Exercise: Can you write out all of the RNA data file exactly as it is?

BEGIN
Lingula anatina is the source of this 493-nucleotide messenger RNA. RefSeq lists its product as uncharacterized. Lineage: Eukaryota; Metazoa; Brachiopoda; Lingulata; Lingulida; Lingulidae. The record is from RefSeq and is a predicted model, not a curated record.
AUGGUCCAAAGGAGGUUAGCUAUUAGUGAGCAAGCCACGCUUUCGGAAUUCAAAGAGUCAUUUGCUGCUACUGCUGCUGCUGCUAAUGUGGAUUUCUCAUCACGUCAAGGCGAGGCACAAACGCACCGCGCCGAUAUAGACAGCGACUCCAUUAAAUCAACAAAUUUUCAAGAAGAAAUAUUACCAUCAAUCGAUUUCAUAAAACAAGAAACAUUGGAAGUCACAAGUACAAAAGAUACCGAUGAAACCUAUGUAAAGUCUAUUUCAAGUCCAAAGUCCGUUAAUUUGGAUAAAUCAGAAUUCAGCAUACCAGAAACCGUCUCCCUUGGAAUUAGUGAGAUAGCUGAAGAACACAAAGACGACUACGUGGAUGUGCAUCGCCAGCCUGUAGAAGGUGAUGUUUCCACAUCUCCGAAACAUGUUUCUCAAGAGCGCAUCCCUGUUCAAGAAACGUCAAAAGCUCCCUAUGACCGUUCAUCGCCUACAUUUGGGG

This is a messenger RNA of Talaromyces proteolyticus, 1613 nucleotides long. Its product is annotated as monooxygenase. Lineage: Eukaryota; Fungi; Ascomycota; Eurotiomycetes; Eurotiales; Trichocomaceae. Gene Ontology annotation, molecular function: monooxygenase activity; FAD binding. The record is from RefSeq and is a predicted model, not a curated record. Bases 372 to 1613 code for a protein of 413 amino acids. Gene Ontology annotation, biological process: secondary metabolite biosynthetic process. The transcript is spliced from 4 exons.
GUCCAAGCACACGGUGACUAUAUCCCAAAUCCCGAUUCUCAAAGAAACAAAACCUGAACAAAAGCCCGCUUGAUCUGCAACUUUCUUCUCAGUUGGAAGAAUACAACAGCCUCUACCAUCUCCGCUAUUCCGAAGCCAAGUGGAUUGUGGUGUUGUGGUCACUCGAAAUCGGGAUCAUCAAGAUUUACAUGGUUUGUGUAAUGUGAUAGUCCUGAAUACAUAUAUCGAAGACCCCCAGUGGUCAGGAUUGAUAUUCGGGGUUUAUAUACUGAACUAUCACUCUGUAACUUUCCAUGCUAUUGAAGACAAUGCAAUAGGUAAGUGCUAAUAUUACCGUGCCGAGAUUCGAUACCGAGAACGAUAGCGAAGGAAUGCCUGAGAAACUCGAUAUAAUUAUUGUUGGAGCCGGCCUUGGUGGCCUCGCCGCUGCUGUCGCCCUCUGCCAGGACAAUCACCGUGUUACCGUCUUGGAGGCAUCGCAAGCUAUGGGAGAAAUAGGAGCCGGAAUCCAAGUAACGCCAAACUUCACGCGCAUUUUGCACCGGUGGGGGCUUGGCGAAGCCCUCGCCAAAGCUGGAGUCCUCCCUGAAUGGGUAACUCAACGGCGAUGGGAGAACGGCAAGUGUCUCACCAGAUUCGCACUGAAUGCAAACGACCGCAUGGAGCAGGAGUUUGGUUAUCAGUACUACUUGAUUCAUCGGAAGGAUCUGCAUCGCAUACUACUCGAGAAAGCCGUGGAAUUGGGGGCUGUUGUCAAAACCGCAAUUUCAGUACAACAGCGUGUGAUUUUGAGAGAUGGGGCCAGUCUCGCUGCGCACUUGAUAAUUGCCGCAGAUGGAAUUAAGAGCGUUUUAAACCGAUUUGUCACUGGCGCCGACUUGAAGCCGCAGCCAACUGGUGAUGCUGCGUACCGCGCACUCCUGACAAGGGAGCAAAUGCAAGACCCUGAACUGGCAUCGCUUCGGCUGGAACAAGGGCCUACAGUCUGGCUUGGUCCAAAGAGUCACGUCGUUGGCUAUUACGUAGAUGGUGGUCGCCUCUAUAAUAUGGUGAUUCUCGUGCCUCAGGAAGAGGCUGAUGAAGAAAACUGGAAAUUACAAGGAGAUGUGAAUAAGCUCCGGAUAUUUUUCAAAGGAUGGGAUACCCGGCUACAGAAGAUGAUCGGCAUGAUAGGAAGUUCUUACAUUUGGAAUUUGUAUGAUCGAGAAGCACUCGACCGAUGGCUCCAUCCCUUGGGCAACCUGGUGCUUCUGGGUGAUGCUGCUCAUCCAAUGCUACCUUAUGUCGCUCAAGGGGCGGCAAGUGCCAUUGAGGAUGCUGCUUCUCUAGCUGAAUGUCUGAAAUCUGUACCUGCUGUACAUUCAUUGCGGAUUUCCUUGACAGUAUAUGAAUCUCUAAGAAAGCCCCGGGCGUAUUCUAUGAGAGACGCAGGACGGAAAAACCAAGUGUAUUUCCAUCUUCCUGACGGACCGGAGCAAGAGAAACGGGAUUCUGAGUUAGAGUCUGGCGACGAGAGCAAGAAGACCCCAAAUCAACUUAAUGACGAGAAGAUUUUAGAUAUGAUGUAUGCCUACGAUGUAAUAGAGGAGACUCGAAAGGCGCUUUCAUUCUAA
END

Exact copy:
Lingula anatina is the source of this 493-nucleotide messenger RNA. RefSeq lists its product as uncharacterized. Lineage: Eukaryota; Metazoa; Brachiopoda; Lingulata; Lingulida; Lingulidae. The record is from RefSeq and is a predicted model, not a curated record.
AUGGUCCAAAGGAGGUUAGCUAUUAGUGAGCAAGCCACGCUUUCGGAAUUCAAAGAGUCAUUUGCUGCUACUGCUGCUGCUGCUAAUGUGGAUUUCUCAUCACGUCAAGGCGAGGCACAAACGCACCGCGCCGAUAUAGACAGCGACUCCAUUAAAUCAACAAAUUUUCAAGAAGAAAUAUUACCAUCAAUCGAUUUCAUAAAACAAGAAACAUUGGAAGUCACAAGUACAAAAGAUACCGAUGAAACCUAUGUAAAGUCUAUUUCAAGUCCAAAGUCCGUUAAUUUGGAUAAAUCAGAAUUCAGCAUACCAGAAACCGUCUCCCUUGGAAUUAGUGAGAUAGCUGAAGAACACAAAGACGACUACGUGGAUGUGCAUCGCCAGCCUGUAGAAGGUGAUGUUUCCACAUCUCCGAAACAUGUUUCUCAAGAGCGCAUCCCUGUUCAAGAAACGUCAAAAGCUCCCUAUGACCGUUCAUCGCCUACAUUUGGGG

This is a messenger RNA of Talaromyces proteolyticus, 1613 nucleotides long. Its product is annotated as monooxygenase. Lineage: Eukaryota; Fungi; Ascomycota; Eurotiomycetes; Eurotiales; Trichocomaceae. Gene Ontology annotation, molecular function: monooxygenase activity; FAD binding. The record is from RefSeq and is a predicted model, not a curated record. Bases 372 to 1613 code for a protein of 413 amino acids. Gene Ontology annotation, biological process: secondary metabolite biosynthetic process. The transcript is spliced from 4 exons.
GUCCAAGCACACGGUGACUAUAUCCCAAAUCCCGAUUCUCAAAGAAACAAAACCUGAACAAAAGCCCGCUUGAUCUGCAACUUUCUUCUCAGUUGGAAGAAUACAACAGCCUCUACCAUCUCCGCUAUUCCGAAGCCAAGUGGAUUGUGGUGUUGUGGUCACUCGAAAUCGGGAUCAUCAAGAUUUACAUGGUUUGUGUAAUGUGAUAGUCCUGAAUACAUAUAUCGAAGACCCCCAGUGGUCAGGAUUGAUAUUCGGGGUUUAUAUACUGAACUAUCACUCUGUAACUUUCCAUGCUAUUGAAGACAAUGCAAUAGGUAAGUGCUAAUAUUACCGUGCCGAGAUUCGAUACCGAGAACGAUAGCGAAGGAAUGCCUGAGAAACUCGAUAUAAUUAUUGUUGGAGCCGGCCUUGGUGGCCUCGCCGCUGCUGUCGCCCUCUGCCAGGACAAUCACCGUGUUACCGUCUUGGAGGCAUCGCAAGCUAUGGGAGAAAUAGGAGCCGGAAUCCAAGUAACGCCAAACUUCACGCGCAUUUUGCACCGGUGGGGGCUUGGCGAAGCCCUCGCCAAAGCUGGAGUCCUCCCUGAAUGGGUAACUCAACGGCGAUGGGAGAACGGCAAGUGUCUCACCAGAUUCGCACUGAAUGCAAACGACCGCAUGGAGCAGGAGUUUGGUUAUCAGUACUACUUGAUUCAUCGGAAGGAUCUGCAUCGCAUACUACUCGAGAAAGCCGUGGAAUUGGGGGCUGUUGUCAAAACCGCAAUUUCAGUACAACAGCGUGUGAUUUUGAGAGAUGGGGCCAGUCUCGCUGCGCACUUGAUAAUUGCCGCAGAUGGAAUUAAGAGCGUUUUAAACCGAUUUGUCACUGGCGCCGACUUGAAGCCGCAGCCAACUGGUGAUGCUGCGUACCGCGCACUCCUGACAAGGGAGCAAAUGCAAGACCCUGAACUGGCAUCGCUUCGGCUGGAACAAGGGCCUACAGUCUGGCUUGGUCCAAAGAGUCACGUCGUUGGCUAUUACGUAGAUGGUGGUCGCCUCUAUAAUAUGGUGAUUCUCGUGCCUCAGGAAGAGGCUGAUGAAGAAAACUGGAAAUUACAAGGAGAUGUGAAUAAGCUCCGGAUAUUUUUCAAAGGAUGGGAUACCCGGCUACAGAAGAUGAUCGGCAUGAUAGGAAGUUCUUACAUUUGGAAUUUGUAUGAUCGAGAAGCACUCGACCGAUGGCUCCAUCCCUUGGGCAACCUGGUGCUUCUGGGUGAUGCUGCUCAUCCAAUGCUACCUUAUGUCGCUCAAGGGGCGGCAAGUGCCAUUGAGGAUGCUGCUUCUCUAGCUGAAUGUCUGAAAUCUGUACCUGCUGUACAUUCAUUGCGGAUUUCCUUGACAGUAUAUGAAUCUCUAAGAAAGCCCCGGGCGUAUUCUAUGAGAGACGCAGGACGGAAAAACCAAGUGUAUUUCCAUCUUCCUGACGGACCGGAGCAAGAGAAACGGGAUUCUGAGUUAGAGUCUGGCGACGAGAGCAAGAAGACCCCAAAUCAACUUAAUGACGAGAAGAUUUUAGAUAUGAUGUAUGCCUACGAUGUAAUAGAGGAGACUCGAAAGGCGCUUUCAUUCUAA